► Mira Sorvino, Val Kilmer join Riptide: They'll star in Shaun Hart's indie crime drama, which also boasts Michael Chiklis, Clifton Collins, Jr. and Henry Thomas among its cast.
► Armie Hammer's Annapurna thriller: He'll play a New Orleans bartender whose life starts to unravel when he picks up a left-behind phone in the untitled film from Iranian director Babak Anvari (Under the Shadow). Annapurna has fast-tracked the feature for a March 2019 release.
► Julianne Moore joins After the Wedding remake: The Oscar winner will star in the American adaptation of the Mads Mikkelsen-starring Danish drama, which Bart Freundlich will direct.
► Kate Bosworth, Alfred Molina set for The Devil Has a Name: The pair will co-star alongside David Strathairn in the Edward James Olmos-directed dark comedy.
► It star Jaeden Lieberher's next horror film: The young actor joins The Lodge, the Riley Keough-starring scary movie from Austrian directors Veronika Franz and Severin Fiala.
► Russell Brand will star in Butterfingers: The Brit will play a down-on-his-luck hitman in the action-comedy from Barnaby Southcombe (I, Anna).
► Piper Perabo, Rob Huebel get Spontaneous: They and Yvonne Orji (Insecure) are set to star in the YA project from The Babysitter writer-director Brian Duffield.
► Paparazzi vs. stars: Who owns that Instagram pic? As famous faces and web influencers use shots to monetize their social media accounts, photographers are now filing six-figure lawsuits: "This is a form of trolling." Full story.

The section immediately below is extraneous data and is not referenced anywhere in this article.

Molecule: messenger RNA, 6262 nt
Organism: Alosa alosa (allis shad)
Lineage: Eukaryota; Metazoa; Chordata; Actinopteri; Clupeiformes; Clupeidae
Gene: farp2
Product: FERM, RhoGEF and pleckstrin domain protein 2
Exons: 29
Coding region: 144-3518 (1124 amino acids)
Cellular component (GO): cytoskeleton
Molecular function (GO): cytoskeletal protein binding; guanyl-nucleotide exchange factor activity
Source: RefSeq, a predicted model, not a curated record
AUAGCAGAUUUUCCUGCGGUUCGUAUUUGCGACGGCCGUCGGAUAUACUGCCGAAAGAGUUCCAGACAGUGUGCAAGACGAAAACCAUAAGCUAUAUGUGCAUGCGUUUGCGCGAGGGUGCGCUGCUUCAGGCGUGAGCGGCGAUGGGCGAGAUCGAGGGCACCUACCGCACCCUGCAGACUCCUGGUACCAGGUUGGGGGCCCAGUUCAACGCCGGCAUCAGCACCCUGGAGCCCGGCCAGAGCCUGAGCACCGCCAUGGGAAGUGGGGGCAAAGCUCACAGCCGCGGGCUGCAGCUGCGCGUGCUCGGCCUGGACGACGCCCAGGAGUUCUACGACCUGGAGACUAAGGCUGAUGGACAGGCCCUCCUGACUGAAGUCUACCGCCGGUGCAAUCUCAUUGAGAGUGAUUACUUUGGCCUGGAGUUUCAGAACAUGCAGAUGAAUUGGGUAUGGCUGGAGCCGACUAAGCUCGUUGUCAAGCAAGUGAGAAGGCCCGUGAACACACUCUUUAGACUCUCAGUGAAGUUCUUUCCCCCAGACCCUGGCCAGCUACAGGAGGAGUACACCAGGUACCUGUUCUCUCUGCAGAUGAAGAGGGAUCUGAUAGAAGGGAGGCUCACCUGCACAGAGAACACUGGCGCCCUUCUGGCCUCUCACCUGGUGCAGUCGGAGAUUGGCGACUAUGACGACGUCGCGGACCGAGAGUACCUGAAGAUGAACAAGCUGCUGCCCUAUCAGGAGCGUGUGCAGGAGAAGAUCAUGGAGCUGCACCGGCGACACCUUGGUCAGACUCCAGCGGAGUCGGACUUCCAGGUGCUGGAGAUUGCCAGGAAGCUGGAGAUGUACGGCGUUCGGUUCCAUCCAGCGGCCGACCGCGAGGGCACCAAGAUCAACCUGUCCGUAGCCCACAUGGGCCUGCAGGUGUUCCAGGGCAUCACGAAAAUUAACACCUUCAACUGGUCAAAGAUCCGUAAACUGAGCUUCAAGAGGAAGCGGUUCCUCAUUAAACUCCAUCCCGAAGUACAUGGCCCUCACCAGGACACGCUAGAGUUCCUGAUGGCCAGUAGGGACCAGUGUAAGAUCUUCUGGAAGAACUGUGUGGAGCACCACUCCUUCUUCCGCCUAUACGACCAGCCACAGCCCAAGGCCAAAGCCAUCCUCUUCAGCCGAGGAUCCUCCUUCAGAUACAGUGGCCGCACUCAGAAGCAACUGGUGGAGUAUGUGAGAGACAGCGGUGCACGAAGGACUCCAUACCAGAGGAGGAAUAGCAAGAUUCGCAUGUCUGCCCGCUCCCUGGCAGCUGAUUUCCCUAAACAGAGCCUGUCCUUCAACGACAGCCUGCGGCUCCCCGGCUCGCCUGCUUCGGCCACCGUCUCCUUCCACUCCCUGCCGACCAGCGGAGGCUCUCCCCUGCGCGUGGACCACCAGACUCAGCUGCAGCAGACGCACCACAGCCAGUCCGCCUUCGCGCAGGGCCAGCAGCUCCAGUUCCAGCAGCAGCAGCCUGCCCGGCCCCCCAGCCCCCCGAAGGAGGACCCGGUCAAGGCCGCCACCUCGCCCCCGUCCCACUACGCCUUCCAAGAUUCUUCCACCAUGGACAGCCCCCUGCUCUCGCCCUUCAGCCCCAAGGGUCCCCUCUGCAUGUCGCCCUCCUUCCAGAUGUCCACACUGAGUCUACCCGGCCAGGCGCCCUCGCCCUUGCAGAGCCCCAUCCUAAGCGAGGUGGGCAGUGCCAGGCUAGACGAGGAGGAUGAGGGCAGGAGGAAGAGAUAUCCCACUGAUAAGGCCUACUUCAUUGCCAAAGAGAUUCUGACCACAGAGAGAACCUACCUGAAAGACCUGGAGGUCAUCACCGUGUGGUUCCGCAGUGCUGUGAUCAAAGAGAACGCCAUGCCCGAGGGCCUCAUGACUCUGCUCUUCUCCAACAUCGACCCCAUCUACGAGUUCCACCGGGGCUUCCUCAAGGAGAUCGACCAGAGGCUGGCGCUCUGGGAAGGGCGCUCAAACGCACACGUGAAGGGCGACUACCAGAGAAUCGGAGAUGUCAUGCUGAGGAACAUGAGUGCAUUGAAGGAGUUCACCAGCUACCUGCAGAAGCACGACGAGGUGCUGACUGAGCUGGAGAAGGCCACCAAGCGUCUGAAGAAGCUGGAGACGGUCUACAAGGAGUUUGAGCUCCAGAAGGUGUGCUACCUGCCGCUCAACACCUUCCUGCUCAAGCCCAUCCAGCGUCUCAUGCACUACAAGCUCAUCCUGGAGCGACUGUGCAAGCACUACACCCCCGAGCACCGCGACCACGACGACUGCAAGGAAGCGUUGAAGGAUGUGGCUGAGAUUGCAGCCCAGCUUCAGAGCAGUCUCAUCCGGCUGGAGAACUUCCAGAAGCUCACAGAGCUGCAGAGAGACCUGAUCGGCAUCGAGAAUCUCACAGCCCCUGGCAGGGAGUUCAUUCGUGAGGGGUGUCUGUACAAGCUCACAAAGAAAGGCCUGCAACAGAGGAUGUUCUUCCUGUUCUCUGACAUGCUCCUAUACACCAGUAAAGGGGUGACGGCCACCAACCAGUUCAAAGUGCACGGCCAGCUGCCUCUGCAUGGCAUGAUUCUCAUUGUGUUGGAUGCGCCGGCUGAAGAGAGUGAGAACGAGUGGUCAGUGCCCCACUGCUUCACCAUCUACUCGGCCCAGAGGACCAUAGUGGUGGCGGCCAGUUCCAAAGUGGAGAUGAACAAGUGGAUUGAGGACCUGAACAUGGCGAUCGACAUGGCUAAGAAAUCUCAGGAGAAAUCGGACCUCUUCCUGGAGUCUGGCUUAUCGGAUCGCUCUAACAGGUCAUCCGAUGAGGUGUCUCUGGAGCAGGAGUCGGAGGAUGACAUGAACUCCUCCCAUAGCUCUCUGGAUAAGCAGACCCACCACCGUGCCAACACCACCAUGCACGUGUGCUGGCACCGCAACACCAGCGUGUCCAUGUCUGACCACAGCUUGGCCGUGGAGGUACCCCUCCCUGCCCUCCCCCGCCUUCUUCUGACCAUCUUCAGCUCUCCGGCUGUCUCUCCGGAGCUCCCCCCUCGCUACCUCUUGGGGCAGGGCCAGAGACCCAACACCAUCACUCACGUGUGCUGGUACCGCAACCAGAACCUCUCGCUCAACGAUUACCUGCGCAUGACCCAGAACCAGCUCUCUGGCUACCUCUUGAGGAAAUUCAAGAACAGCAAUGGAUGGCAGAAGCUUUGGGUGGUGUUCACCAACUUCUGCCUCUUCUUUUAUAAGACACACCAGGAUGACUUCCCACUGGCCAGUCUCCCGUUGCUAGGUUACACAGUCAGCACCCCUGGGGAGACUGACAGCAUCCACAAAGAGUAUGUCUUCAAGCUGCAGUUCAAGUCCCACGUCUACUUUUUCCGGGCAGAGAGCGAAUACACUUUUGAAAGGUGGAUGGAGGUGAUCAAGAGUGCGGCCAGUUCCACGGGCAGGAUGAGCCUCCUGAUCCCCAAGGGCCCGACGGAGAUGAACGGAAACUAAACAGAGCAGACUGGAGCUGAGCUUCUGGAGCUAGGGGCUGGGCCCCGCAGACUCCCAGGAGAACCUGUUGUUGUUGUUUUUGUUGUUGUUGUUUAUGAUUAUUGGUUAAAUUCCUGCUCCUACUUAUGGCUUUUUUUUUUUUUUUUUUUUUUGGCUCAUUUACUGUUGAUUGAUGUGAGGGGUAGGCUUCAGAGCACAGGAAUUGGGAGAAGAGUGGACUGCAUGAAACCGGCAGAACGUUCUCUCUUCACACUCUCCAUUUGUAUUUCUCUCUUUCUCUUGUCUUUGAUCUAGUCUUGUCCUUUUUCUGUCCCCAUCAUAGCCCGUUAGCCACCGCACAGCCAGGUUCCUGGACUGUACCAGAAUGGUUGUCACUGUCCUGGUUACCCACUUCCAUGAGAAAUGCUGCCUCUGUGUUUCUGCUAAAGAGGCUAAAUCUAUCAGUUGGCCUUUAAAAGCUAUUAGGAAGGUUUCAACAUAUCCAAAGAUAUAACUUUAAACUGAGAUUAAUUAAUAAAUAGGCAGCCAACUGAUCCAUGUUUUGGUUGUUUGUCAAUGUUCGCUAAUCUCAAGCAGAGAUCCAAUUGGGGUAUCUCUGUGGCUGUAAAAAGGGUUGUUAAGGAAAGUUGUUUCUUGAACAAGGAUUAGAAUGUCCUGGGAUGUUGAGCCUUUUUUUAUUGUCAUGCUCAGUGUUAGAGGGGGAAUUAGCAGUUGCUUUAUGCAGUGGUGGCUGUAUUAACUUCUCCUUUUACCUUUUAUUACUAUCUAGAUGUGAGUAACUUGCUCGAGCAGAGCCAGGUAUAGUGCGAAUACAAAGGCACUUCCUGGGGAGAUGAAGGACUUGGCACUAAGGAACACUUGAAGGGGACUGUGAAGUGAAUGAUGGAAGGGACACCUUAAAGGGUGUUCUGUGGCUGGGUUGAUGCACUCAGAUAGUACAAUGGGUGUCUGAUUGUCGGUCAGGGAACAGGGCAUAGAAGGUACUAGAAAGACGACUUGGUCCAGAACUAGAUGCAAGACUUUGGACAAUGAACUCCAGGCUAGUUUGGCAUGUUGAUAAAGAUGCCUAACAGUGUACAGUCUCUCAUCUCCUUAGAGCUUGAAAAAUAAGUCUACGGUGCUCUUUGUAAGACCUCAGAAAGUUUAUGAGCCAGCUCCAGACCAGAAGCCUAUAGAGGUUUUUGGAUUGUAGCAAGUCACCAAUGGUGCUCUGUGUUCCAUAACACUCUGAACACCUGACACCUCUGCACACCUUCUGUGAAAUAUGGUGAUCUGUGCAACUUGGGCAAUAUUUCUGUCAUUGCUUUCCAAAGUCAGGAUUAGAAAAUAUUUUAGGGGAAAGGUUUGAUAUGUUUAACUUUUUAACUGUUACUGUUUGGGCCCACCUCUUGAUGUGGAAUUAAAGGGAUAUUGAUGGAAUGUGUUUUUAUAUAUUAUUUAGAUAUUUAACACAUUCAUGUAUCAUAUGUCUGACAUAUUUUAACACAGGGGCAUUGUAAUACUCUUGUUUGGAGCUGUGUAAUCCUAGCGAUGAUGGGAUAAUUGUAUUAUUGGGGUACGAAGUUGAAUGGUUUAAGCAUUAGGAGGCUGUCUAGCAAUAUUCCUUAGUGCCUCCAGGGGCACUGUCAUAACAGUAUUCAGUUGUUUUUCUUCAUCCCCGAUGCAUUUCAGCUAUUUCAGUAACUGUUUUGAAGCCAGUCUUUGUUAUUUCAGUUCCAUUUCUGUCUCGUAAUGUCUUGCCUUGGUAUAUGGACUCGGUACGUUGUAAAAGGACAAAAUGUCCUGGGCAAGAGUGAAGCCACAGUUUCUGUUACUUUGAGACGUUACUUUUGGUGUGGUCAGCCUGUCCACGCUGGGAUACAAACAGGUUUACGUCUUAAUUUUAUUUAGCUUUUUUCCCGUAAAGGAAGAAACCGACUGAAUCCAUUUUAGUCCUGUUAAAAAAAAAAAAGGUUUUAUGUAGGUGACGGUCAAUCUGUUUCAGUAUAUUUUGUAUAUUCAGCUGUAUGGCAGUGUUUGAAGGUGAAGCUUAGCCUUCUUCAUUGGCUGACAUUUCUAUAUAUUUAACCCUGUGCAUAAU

Bryan Fuller has exited Apple's Amazing Stories, marking the first wrinkle in the tech giant's TV ambitions. Lesley Goldberg writes:
Fuller, who was poised to serve as showrunner, is leaving the project due to creative differences. The producer had originally developed Amazing Stories for NBC before it moved to Apple with a series pickup.
The issue? He's said to have wanted to do a Black Mirror-type show, which sources say was not something Apple had in mind. Full story.
+ Hart Hanson, who had partnered with Fuller on the series, is also exiting the anthology as Apple and producers Universal Television are now searching for a new showrunner.
+ Flighty Fuller: After helming the first season of Starz's American Gods, Fuller and Michael Green were recently fired from the series following a budget dispute.
Elsewhere in TV ...
► Viacom earnings: Good news, overall. The company, currently exploring a CBS merger, beat expectations with a net profit of $535 million, up from $396 million a year earlier. Executives on the call declined to answer any questions about the possible CBS merger.
► Twitter earnings: The company reported a rise in quarterly revenue: $731 million, well ahead of analyst forecasts. Monthly active users, meanwhile, stayed flat. The result? Twitter's first net profit.
► CNN beats racial discrimination lawsuit: The network is clear of a racial discrimination and retaliation lawsuit filed by an employee who says he was repeatedly passed up for promotions, after a Georgia federal judge granted summary judgment in the network's favor. Details.
► Nicole Eggert files police report against Scott Baio. "Eggert and I met with two police detectives from the sexual assault unit at my law firm," said attorney Lisa Bloom. "Nicole answered all of their questions for over an hour and told her story of sexual abuse by Scott Baio when she was a minor. A witness, [Charles in Charge star] Alexander Polinsky, appeared as well."